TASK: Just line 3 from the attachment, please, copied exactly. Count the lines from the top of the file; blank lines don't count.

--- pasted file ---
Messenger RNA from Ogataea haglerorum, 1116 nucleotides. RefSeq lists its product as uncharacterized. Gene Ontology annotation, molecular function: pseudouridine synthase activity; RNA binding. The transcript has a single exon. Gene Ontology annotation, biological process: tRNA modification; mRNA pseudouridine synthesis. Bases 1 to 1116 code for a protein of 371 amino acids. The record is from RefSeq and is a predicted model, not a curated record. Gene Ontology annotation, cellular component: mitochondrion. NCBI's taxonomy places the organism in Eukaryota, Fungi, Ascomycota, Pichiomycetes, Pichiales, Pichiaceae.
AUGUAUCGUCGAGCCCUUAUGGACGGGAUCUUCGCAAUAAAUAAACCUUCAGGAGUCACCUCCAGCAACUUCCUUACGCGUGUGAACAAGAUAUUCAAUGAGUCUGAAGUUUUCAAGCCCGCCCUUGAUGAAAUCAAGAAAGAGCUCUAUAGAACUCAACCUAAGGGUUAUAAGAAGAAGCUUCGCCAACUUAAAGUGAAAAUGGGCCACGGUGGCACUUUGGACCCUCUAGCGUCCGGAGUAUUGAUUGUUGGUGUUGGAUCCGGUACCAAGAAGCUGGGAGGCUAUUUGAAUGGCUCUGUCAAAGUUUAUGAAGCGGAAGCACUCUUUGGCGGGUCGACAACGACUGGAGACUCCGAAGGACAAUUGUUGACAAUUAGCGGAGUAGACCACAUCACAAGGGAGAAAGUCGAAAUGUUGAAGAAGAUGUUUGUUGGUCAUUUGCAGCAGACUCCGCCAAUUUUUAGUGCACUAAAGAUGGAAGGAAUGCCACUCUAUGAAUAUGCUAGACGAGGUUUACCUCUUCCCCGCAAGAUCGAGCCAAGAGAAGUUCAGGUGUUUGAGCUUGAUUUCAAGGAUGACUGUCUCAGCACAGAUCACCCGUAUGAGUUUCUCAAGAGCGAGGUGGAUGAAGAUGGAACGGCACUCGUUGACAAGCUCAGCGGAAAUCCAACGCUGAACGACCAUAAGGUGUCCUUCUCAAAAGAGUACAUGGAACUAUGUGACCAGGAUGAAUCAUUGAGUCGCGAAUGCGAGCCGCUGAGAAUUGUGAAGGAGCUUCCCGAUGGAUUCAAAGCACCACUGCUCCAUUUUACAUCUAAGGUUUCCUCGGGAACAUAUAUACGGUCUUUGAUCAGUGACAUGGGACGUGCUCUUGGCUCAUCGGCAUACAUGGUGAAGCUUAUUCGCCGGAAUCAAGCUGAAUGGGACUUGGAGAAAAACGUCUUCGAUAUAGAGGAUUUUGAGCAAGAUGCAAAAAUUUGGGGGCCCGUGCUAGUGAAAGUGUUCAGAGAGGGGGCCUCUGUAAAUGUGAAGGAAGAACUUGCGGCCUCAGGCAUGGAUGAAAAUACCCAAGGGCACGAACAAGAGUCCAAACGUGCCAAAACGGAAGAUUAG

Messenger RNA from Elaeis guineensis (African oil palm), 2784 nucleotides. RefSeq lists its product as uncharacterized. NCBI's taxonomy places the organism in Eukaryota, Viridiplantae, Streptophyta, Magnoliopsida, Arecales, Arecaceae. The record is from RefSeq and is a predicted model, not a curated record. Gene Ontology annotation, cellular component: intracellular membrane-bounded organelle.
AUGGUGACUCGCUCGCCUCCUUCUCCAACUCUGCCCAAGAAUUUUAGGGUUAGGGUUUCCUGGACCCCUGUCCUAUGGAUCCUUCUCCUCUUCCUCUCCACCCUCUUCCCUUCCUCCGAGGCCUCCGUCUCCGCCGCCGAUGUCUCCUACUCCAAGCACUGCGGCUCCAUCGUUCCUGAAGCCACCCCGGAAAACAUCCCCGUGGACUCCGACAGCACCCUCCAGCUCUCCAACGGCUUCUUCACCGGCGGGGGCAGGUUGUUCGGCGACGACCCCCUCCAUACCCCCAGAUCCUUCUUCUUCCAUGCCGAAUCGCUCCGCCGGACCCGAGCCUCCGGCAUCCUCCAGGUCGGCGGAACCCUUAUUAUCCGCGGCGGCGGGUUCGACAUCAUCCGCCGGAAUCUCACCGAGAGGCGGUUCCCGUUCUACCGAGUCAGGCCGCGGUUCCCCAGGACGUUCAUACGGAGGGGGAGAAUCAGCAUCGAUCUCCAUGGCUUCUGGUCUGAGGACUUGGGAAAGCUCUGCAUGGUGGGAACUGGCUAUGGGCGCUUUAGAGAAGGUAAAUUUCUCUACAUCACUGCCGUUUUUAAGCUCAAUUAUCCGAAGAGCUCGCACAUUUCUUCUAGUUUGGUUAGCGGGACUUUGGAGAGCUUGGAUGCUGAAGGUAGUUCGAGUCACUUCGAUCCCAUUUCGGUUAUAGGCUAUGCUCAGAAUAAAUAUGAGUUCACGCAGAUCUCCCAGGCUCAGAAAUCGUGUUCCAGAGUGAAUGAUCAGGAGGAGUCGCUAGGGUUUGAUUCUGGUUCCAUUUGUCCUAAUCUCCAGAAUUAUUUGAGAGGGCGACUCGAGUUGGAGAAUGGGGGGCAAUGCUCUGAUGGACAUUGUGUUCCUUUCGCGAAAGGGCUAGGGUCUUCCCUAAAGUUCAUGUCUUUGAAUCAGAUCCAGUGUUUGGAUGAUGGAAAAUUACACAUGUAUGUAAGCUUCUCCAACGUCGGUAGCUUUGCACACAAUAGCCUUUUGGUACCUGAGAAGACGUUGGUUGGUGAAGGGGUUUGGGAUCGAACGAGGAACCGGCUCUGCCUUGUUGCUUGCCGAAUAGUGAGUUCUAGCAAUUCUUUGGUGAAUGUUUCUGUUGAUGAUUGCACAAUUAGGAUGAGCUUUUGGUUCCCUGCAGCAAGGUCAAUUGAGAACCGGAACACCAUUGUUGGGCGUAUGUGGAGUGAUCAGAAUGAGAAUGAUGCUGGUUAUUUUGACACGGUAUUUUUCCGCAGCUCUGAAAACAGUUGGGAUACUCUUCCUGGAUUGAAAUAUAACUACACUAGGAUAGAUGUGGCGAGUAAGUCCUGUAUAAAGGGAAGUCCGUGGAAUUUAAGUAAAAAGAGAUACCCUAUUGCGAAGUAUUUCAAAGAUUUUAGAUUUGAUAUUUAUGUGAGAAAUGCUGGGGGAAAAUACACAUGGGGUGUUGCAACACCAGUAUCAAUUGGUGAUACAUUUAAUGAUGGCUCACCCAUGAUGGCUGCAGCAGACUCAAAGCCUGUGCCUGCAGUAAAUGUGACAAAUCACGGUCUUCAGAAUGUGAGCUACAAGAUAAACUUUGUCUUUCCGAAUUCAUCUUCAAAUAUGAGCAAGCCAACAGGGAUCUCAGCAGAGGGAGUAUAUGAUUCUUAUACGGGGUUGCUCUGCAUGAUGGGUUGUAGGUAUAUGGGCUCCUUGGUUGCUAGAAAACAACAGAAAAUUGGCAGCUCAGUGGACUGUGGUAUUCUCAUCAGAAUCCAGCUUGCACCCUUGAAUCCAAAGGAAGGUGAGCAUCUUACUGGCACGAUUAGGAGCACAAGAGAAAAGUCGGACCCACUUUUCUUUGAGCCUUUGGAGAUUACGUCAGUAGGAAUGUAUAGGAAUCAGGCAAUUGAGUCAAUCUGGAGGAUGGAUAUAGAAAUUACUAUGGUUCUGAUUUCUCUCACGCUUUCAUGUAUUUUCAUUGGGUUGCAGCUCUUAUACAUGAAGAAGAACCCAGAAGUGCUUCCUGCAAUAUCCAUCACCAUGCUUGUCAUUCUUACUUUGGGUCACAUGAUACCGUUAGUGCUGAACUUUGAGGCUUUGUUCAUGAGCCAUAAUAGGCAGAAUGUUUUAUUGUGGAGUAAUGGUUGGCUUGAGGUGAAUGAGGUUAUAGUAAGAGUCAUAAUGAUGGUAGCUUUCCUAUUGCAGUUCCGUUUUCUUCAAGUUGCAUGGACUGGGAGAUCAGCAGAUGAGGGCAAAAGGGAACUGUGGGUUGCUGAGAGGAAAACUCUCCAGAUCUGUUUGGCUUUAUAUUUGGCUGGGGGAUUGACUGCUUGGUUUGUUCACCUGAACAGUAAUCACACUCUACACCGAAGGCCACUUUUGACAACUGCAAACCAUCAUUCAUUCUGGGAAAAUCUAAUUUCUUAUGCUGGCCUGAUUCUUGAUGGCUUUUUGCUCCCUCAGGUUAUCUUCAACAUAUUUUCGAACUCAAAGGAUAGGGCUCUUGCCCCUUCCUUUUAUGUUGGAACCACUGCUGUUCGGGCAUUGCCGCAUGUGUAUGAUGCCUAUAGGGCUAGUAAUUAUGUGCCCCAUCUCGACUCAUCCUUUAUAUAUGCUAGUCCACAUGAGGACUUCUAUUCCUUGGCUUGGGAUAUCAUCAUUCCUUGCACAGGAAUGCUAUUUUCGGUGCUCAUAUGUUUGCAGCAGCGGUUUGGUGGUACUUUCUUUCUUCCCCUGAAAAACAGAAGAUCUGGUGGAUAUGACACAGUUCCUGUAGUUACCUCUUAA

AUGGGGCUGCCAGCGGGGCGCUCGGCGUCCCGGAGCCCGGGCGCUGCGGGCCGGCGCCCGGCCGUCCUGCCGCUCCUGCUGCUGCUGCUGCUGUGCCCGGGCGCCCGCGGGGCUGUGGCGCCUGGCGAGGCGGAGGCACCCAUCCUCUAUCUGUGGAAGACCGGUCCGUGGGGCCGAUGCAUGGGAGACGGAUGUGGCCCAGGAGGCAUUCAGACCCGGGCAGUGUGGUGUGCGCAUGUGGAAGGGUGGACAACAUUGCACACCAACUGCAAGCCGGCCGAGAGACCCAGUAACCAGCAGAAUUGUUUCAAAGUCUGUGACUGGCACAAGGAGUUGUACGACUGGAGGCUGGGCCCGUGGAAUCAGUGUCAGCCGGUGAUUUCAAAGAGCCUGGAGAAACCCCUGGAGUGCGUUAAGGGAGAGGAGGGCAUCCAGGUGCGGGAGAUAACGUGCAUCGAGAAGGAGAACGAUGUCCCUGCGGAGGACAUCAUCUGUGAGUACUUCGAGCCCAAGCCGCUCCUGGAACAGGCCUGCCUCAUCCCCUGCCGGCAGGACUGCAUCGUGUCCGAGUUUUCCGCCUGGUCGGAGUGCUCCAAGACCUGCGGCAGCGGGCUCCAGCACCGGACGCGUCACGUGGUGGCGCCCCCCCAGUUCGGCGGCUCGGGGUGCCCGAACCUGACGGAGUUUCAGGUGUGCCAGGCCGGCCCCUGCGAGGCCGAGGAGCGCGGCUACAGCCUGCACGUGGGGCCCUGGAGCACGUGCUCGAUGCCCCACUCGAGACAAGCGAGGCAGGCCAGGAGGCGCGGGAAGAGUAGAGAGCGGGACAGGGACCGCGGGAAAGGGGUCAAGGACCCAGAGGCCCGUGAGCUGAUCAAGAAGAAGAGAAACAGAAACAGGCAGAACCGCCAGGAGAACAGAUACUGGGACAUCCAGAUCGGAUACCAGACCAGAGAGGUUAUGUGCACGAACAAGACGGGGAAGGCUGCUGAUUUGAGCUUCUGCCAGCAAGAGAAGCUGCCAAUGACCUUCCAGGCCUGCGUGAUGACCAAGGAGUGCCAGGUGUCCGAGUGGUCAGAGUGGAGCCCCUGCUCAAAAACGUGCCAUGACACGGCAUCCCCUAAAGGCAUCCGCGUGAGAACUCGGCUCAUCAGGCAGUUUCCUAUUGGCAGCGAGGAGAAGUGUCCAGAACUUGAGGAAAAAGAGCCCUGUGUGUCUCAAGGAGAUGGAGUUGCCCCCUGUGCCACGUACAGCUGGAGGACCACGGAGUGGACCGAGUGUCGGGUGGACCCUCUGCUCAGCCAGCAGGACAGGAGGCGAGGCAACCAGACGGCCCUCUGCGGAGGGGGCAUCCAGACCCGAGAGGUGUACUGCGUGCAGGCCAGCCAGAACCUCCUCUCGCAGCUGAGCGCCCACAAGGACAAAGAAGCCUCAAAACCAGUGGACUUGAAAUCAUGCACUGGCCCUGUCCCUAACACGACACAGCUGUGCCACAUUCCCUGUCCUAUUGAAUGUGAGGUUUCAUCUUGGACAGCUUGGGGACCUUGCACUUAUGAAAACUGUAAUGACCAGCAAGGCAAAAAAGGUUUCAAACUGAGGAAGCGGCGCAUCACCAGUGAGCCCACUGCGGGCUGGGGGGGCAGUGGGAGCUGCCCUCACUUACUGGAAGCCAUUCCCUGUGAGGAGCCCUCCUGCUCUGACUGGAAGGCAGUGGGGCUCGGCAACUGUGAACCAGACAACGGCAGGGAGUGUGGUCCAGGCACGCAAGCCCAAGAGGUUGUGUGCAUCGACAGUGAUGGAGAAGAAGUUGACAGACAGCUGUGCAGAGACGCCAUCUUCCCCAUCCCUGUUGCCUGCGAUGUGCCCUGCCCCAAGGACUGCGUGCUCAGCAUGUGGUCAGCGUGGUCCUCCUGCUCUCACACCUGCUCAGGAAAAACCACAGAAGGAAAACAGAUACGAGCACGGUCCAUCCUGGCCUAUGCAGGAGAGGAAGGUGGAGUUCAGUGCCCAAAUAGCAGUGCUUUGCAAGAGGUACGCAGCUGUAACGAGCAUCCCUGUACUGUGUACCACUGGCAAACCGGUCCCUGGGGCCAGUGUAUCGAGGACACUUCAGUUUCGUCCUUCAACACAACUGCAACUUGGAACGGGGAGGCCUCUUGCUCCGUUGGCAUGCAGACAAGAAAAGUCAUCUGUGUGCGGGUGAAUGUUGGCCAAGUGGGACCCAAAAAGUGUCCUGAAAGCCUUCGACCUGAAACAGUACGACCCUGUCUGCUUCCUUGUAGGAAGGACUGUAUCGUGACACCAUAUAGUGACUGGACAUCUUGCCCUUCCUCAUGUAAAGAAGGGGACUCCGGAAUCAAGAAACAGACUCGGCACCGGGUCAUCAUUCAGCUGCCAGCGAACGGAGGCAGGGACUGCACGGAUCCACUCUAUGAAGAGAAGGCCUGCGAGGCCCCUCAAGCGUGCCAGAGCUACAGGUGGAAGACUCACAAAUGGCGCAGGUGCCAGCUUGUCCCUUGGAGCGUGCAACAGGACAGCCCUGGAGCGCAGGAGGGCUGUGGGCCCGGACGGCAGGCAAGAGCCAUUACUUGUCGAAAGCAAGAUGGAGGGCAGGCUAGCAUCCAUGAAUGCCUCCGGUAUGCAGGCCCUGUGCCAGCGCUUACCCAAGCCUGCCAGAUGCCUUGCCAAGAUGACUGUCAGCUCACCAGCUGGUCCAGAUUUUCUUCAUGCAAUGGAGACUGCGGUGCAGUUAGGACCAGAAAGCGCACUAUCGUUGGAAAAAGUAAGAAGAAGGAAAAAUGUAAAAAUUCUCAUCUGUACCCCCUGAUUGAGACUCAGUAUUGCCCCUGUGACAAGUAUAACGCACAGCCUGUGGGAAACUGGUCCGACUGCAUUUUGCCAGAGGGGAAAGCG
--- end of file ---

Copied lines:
Messenger RNA from Elaeis guineensis (African oil palm), 2784 nucleotides. RefSeq lists its product as uncharacterized. NCBI's taxonomy places the organism in Eukaryota, Viridiplantae, Streptophyta, Magnoliopsida, Arecales, Arecaceae. The record is from RefSeq and is a predicted model, not a curated record. Gene Ontology annotation, cellular component: intracellular membrane-bounded organelle.